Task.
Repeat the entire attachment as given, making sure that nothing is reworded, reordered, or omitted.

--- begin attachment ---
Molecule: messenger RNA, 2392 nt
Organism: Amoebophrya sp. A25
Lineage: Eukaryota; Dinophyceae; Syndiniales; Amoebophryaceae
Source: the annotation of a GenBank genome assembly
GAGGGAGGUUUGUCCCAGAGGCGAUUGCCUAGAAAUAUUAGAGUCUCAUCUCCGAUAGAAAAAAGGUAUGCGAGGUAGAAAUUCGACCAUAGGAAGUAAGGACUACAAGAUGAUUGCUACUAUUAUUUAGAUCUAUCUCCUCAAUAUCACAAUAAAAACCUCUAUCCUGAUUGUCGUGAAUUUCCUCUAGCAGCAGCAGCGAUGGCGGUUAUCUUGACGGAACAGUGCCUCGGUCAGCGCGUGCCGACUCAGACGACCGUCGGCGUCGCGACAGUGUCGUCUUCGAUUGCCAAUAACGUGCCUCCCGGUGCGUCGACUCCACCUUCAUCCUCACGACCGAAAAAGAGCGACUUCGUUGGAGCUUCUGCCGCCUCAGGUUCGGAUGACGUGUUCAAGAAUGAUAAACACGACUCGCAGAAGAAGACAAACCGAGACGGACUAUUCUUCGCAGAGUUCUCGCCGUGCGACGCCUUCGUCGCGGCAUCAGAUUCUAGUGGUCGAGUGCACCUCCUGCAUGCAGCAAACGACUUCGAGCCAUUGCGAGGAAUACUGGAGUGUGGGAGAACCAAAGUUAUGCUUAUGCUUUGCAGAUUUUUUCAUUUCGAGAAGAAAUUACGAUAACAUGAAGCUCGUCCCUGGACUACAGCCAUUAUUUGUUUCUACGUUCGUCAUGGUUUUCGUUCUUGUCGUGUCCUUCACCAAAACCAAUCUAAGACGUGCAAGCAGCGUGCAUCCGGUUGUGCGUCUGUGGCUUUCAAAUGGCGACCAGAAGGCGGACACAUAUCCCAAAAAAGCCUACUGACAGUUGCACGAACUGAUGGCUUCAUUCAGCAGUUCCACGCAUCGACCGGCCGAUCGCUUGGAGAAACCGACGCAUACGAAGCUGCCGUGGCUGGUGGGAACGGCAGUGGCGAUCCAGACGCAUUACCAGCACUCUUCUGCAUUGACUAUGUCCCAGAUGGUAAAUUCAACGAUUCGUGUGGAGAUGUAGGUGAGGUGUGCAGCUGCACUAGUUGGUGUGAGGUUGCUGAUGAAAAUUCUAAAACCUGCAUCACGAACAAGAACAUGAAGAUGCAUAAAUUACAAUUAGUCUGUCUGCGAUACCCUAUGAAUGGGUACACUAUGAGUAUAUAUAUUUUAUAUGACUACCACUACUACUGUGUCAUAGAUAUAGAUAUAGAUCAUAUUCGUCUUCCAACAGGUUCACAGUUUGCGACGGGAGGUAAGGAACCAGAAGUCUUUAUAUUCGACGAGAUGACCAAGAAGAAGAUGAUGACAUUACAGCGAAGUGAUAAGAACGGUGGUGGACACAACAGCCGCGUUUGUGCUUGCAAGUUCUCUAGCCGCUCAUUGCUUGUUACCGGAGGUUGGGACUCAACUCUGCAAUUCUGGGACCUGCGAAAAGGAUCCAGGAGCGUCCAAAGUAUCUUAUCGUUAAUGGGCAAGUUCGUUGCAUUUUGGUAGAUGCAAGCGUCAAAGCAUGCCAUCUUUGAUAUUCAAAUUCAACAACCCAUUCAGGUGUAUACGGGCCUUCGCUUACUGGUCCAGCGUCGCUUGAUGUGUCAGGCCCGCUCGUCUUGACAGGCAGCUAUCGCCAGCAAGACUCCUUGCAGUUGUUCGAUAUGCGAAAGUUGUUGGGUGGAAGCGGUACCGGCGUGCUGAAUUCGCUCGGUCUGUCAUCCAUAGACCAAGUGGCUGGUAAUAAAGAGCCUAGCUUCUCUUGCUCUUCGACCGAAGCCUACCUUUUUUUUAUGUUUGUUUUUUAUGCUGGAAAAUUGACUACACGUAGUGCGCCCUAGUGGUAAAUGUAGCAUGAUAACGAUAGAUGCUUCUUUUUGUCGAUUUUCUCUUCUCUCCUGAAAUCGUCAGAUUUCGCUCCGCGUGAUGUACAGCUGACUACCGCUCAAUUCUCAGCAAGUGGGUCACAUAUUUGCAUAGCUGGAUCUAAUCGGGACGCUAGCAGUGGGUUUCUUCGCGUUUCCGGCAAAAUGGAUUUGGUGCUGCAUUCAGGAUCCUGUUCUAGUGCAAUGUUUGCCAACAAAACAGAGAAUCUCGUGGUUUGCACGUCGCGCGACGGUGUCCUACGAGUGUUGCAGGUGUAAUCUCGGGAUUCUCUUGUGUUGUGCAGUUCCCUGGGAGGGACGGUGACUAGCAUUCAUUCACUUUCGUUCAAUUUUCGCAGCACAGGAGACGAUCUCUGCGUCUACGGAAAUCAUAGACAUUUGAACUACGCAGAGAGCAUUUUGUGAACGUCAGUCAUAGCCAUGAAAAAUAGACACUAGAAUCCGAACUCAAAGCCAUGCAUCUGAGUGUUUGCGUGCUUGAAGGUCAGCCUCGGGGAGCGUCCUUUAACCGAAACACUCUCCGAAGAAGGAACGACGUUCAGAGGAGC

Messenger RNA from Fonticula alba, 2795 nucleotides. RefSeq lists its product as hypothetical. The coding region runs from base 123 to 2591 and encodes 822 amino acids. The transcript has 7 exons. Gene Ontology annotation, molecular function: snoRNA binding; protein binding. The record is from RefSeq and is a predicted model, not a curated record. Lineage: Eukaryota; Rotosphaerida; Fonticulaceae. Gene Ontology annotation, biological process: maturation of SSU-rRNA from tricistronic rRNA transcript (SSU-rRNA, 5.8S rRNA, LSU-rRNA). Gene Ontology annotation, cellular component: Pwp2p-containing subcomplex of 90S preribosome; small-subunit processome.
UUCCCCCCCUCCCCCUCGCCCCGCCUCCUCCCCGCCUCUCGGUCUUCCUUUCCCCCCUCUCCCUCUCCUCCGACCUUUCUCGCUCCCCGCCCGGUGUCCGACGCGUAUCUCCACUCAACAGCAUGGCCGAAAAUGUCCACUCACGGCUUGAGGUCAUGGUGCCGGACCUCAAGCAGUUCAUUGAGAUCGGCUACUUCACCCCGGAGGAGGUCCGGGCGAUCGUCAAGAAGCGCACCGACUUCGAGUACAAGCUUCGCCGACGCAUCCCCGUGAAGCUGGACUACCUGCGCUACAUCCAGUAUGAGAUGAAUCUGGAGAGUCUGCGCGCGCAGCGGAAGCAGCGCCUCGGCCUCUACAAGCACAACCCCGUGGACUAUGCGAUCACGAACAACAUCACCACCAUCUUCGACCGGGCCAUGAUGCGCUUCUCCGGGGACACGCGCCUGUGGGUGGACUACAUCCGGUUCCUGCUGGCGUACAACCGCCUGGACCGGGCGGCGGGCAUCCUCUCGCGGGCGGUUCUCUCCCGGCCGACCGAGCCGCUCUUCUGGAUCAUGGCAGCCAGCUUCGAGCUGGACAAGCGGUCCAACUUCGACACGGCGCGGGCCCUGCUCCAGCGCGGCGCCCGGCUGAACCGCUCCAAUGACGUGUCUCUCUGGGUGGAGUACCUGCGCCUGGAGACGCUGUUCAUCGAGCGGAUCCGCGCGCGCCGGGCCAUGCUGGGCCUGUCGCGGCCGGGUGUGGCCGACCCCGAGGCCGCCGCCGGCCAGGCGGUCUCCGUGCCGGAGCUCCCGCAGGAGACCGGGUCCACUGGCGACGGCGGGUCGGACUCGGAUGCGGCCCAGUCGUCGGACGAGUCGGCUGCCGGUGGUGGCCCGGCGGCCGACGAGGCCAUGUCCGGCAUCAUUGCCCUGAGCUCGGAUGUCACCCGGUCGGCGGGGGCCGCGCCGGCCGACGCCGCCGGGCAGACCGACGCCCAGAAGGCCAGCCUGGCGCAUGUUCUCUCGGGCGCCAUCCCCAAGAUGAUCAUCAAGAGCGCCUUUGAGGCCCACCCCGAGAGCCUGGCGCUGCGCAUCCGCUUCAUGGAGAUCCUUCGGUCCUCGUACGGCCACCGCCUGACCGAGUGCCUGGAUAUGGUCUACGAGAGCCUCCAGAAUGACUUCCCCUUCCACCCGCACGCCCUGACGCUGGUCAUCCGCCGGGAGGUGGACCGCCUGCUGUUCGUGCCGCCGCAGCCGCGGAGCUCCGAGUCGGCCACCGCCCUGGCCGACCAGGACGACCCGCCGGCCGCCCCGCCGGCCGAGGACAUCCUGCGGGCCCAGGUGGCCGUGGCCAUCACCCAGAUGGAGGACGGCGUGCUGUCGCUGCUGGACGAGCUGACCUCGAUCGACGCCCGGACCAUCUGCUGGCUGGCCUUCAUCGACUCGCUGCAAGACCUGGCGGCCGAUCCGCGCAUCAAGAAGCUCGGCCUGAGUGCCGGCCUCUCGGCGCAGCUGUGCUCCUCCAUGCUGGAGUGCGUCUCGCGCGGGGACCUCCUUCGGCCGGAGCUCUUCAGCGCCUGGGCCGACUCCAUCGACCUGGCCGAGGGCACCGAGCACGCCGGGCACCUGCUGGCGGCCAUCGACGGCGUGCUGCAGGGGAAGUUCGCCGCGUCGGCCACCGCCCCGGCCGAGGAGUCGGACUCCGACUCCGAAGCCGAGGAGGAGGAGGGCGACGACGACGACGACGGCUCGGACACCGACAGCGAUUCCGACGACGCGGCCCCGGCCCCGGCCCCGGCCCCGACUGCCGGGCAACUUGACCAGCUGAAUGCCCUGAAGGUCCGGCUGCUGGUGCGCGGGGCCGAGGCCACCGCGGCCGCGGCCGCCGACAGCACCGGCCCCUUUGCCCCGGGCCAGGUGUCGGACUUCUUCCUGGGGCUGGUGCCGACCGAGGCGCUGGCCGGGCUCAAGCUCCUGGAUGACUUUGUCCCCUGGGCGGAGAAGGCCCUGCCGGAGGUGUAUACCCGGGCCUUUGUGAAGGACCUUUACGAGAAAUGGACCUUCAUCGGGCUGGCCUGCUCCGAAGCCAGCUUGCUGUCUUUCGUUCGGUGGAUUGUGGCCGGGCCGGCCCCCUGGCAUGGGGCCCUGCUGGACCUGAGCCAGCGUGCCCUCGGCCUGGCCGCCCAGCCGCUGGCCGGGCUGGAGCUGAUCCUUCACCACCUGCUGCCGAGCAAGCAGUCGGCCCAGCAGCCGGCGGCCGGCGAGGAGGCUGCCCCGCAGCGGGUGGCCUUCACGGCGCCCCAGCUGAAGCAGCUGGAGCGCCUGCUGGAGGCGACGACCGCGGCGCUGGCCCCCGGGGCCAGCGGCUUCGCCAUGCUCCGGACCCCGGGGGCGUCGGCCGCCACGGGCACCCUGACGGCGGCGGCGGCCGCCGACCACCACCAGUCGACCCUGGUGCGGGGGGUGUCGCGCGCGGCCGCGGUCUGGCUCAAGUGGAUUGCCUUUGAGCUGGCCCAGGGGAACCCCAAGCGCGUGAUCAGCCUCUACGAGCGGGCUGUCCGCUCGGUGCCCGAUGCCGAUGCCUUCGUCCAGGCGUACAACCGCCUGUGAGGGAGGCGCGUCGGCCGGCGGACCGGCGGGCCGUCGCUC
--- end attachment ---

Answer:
Molecule: messenger RNA, 2392 nt
Organism: Amoebophrya sp. A25
Lineage: Eukaryota; Dinophyceae; Syndiniales; Amoebophryaceae
Source: the annotation of a GenBank genome assembly
GAGGGAGGUUUGUCCCAGAGGCGAUUGCCUAGAAAUAUUAGAGUCUCAUCUCCGAUAGAAAAAAGGUAUGCGAGGUAGAAAUUCGACCAUAGGAAGUAAGGACUACAAGAUGAUUGCUACUAUUAUUUAGAUCUAUCUCCUCAAUAUCACAAUAAAAACCUCUAUCCUGAUUGUCGUGAAUUUCCUCUAGCAGCAGCAGCGAUGGCGGUUAUCUUGACGGAACAGUGCCUCGGUCAGCGCGUGCCGACUCAGACGACCGUCGGCGUCGCGACAGUGUCGUCUUCGAUUGCCAAUAACGUGCCUCCCGGUGCGUCGACUCCACCUUCAUCCUCACGACCGAAAAAGAGCGACUUCGUUGGAGCUUCUGCCGCCUCAGGUUCGGAUGACGUGUUCAAGAAUGAUAAACACGACUCGCAGAAGAAGACAAACCGAGACGGACUAUUCUUCGCAGAGUUCUCGCCGUGCGACGCCUUCGUCGCGGCAUCAGAUUCUAGUGGUCGAGUGCACCUCCUGCAUGCAGCAAACGACUUCGAGCCAUUGCGAGGAAUACUGGAGUGUGGGAGAACCAAAGUUAUGCUUAUGCUUUGCAGAUUUUUUCAUUUCGAGAAGAAAUUACGAUAACAUGAAGCUCGUCCCUGGACUACAGCCAUUAUUUGUUUCUACGUUCGUCAUGGUUUUCGUUCUUGUCGUGUCCUUCACCAAAACCAAUCUAAGACGUGCAAGCAGCGUGCAUCCGGUUGUGCGUCUGUGGCUUUCAAAUGGCGACCAGAAGGCGGACACAUAUCCCAAAAAAGCCUACUGACAGUUGCACGAACUGAUGGCUUCAUUCAGCAGUUCCACGCAUCGACCGGCCGAUCGCUUGGAGAAACCGACGCAUACGAAGCUGCCGUGGCUGGUGGGAACGGCAGUGGCGAUCCAGACGCAUUACCAGCACUCUUCUGCAUUGACUAUGUCCCAGAUGGUAAAUUCAACGAUUCGUGUGGAGAUGUAGGUGAGGUGUGCAGCUGCACUAGUUGGUGUGAGGUUGCUGAUGAAAAUUCUAAAACCUGCAUCACGAACAAGAACAUGAAGAUGCAUAAAUUACAAUUAGUCUGUCUGCGAUACCCUAUGAAUGGGUACACUAUGAGUAUAUAUAUUUUAUAUGACUACCACUACUACUGUGUCAUAGAUAUAGAUAUAGAUCAUAUUCGUCUUCCAACAGGUUCACAGUUUGCGACGGGAGGUAAGGAACCAGAAGUCUUUAUAUUCGACGAGAUGACCAAGAAGAAGAUGAUGACAUUACAGCGAAGUGAUAAGAACGGUGGUGGACACAACAGCCGCGUUUGUGCUUGCAAGUUCUCUAGCCGCUCAUUGCUUGUUACCGGAGGUUGGGACUCAACUCUGCAAUUCUGGGACCUGCGAAAAGGAUCCAGGAGCGUCCAAAGUAUCUUAUCGUUAAUGGGCAAGUUCGUUGCAUUUUGGUAGAUGCAAGCGUCAAAGCAUGCCAUCUUUGAUAUUCAAAUUCAACAACCCAUUCAGGUGUAUACGGGCCUUCGCUUACUGGUCCAGCGUCGCUUGAUGUGUCAGGCCCGCUCGUCUUGACAGGCAGCUAUCGCCAGCAAGACUCCUUGCAGUUGUUCGAUAUGCGAAAGUUGUUGGGUGGAAGCGGUACCGGCGUGCUGAAUUCGCUCGGUCUGUCAUCCAUAGACCAAGUGGCUGGUAAUAAAGAGCCUAGCUUCUCUUGCUCUUCGACCGAAGCCUACCUUUUUUUUAUGUUUGUUUUUUAUGCUGGAAAAUUGACUACACGUAGUGCGCCCUAGUGGUAAAUGUAGCAUGAUAACGAUAGAUGCUUCUUUUUGUCGAUUUUCUCUUCUCUCCUGAAAUCGUCAGAUUUCGCUCCGCGUGAUGUACAGCUGACUACCGCUCAAUUCUCAGCAAGUGGGUCACAUAUUUGCAUAGCUGGAUCUAAUCGGGACGCUAGCAGUGGGUUUCUUCGCGUUUCCGGCAAAAUGGAUUUGGUGCUGCAUUCAGGAUCCUGUUCUAGUGCAAUGUUUGCCAACAAAACAGAGAAUCUCGUGGUUUGCACGUCGCGCGACGGUGUCCUACGAGUGUUGCAGGUGUAAUCUCGGGAUUCUCUUGUGUUGUGCAGUUCCCUGGGAGGGACGGUGACUAGCAUUCAUUCACUUUCGUUCAAUUUUCGCAGCACAGGAGACGAUCUCUGCGUCUACGGAAAUCAUAGACAUUUGAACUACGCAGAGAGCAUUUUGUGAACGUCAGUCAUAGCCAUGAAAAAUAGACACUAGAAUCCGAACUCAAAGCCAUGCAUCUGAGUGUUUGCGUGCUUGAAGGUCAGCCUCGGGGAGCGUCCUUUAACCGAAACACUCUCCGAAGAAGGAACGACGUUCAGAGGAGC

Messenger RNA from Fonticula alba, 2795 nucleotides. RefSeq lists its product as hypothetical. The coding region runs from base 123 to 2591 and encodes 822 amino acids. The transcript has 7 exons. Gene Ontology annotation, molecular function: snoRNA binding; protein binding. The record is from RefSeq and is a predicted model, not a curated record. Lineage: Eukaryota; Rotosphaerida; Fonticulaceae. Gene Ontology annotation, biological process: maturation of SSU-rRNA from tricistronic rRNA transcript (SSU-rRNA, 5.8S rRNA, LSU-rRNA). Gene Ontology annotation, cellular component: Pwp2p-containing subcomplex of 90S preribosome; small-subunit processome.
UUCCCCCCCUCCCCCUCGCCCCGCCUCCUCCCCGCCUCUCGGUCUUCCUUUCCCCCCUCUCCCUCUCCUCCGACCUUUCUCGCUCCCCGCCCGGUGUCCGACGCGUAUCUCCACUCAACAGCAUGGCCGAAAAUGUCCACUCACGGCUUGAGGUCAUGGUGCCGGACCUCAAGCAGUUCAUUGAGAUCGGCUACUUCACCCCGGAGGAGGUCCGGGCGAUCGUCAAGAAGCGCACCGACUUCGAGUACAAGCUUCGCCGACGCAUCCCCGUGAAGCUGGACUACCUGCGCUACAUCCAGUAUGAGAUGAAUCUGGAGAGUCUGCGCGCGCAGCGGAAGCAGCGCCUCGGCCUCUACAAGCACAACCCCGUGGACUAUGCGAUCACGAACAACAUCACCACCAUCUUCGACCGGGCCAUGAUGCGCUUCUCCGGGGACACGCGCCUGUGGGUGGACUACAUCCGGUUCCUGCUGGCGUACAACCGCCUGGACCGGGCGGCGGGCAUCCUCUCGCGGGCGGUUCUCUCCCGGCCGACCGAGCCGCUCUUCUGGAUCAUGGCAGCCAGCUUCGAGCUGGACAAGCGGUCCAACUUCGACACGGCGCGGGCCCUGCUCCAGCGCGGCGCCCGGCUGAACCGCUCCAAUGACGUGUCUCUCUGGGUGGAGUACCUGCGCCUGGAGACGCUGUUCAUCGAGCGGAUCCGCGCGCGCCGGGCCAUGCUGGGCCUGUCGCGGCCGGGUGUGGCCGACCCCGAGGCCGCCGCCGGCCAGGCGGUCUCCGUGCCGGAGCUCCCGCAGGAGACCGGGUCCACUGGCGACGGCGGGUCGGACUCGGAUGCGGCCCAGUCGUCGGACGAGUCGGCUGCCGGUGGUGGCCCGGCGGCCGACGAGGCCAUGUCCGGCAUCAUUGCCCUGAGCUCGGAUGUCACCCGGUCGGCGGGGGCCGCGCCGGCCGACGCCGCCGGGCAGACCGACGCCCAGAAGGCCAGCCUGGCGCAUGUUCUCUCGGGCGCCAUCCCCAAGAUGAUCAUCAAGAGCGCCUUUGAGGCCCACCCCGAGAGCCUGGCGCUGCGCAUCCGCUUCAUGGAGAUCCUUCGGUCCUCGUACGGCCACCGCCUGACCGAGUGCCUGGAUAUGGUCUACGAGAGCCUCCAGAAUGACUUCCCCUUCCACCCGCACGCCCUGACGCUGGUCAUCCGCCGGGAGGUGGACCGCCUGCUGUUCGUGCCGCCGCAGCCGCGGAGCUCCGAGUCGGCCACCGCCCUGGCCGACCAGGACGACCCGCCGGCCGCCCCGCCGGCCGAGGACAUCCUGCGGGCCCAGGUGGCCGUGGCCAUCACCCAGAUGGAGGACGGCGUGCUGUCGCUGCUGGACGAGCUGACCUCGAUCGACGCCCGGACCAUCUGCUGGCUGGCCUUCAUCGACUCGCUGCAAGACCUGGCGGCCGAUCCGCGCAUCAAGAAGCUCGGCCUGAGUGCCGGCCUCUCGGCGCAGCUGUGCUCCUCCAUGCUGGAGUGCGUCUCGCGCGGGGACCUCCUUCGGCCGGAGCUCUUCAGCGCCUGGGCCGACUCCAUCGACCUGGCCGAGGGCACCGAGCACGCCGGGCACCUGCUGGCGGCCAUCGACGGCGUGCUGCAGGGGAAGUUCGCCGCGUCGGCCACCGCCCCGGCCGAGGAGUCGGACUCCGACUCCGAAGCCGAGGAGGAGGAGGGCGACGACGACGACGACGGCUCGGACACCGACAGCGAUUCCGACGACGCGGCCCCGGCCCCGGCCCCGGCCCCGACUGCCGGGCAACUUGACCAGCUGAAUGCCCUGAAGGUCCGGCUGCUGGUGCGCGGGGCCGAGGCCACCGCGGCCGCGGCCGCCGACAGCACCGGCCCCUUUGCCCCGGGCCAGGUGUCGGACUUCUUCCUGGGGCUGGUGCCGACCGAGGCGCUGGCCGGGCUCAAGCUCCUGGAUGACUUUGUCCCCUGGGCGGAGAAGGCCCUGCCGGAGGUGUAUACCCGGGCCUUUGUGAAGGACCUUUACGAGAAAUGGACCUUCAUCGGGCUGGCCUGCUCCGAAGCCAGCUUGCUGUCUUUCGUUCGGUGGAUUGUGGCCGGGCCGGCCCCCUGGCAUGGGGCCCUGCUGGACCUGAGCCAGCGUGCCCUCGGCCUGGCCGCCCAGCCGCUGGCCGGGCUGGAGCUGAUCCUUCACCACCUGCUGCCGAGCAAGCAGUCGGCCCAGCAGCCGGCGGCCGGCGAGGAGGCUGCCCCGCAGCGGGUGGCCUUCACGGCGCCCCAGCUGAAGCAGCUGGAGCGCCUGCUGGAGGCGACGACCGCGGCGCUGGCCCCCGGGGCCAGCGGCUUCGCCAUGCUCCGGACCCCGGGGGCGUCGGCCGCCACGGGCACCCUGACGGCGGCGGCGGCCGCCGACCACCACCAGUCGACCCUGGUGCGGGGGGUGUCGCGCGCGGCCGCGGUCUGGCUCAAGUGGAUUGCCUUUGAGCUGGCCCAGGGGAACCCCAAGCGCGUGAUCAGCCUCUACGAGCGGGCUGUCCGCUCGGUGCCCGAUGCCGAUGCCUUCGUCCAGGCGUACAACCGCCUGUGAGGGAGGCGCGUCGGCCGGCGGACCGGCGGGCCGUCGCUC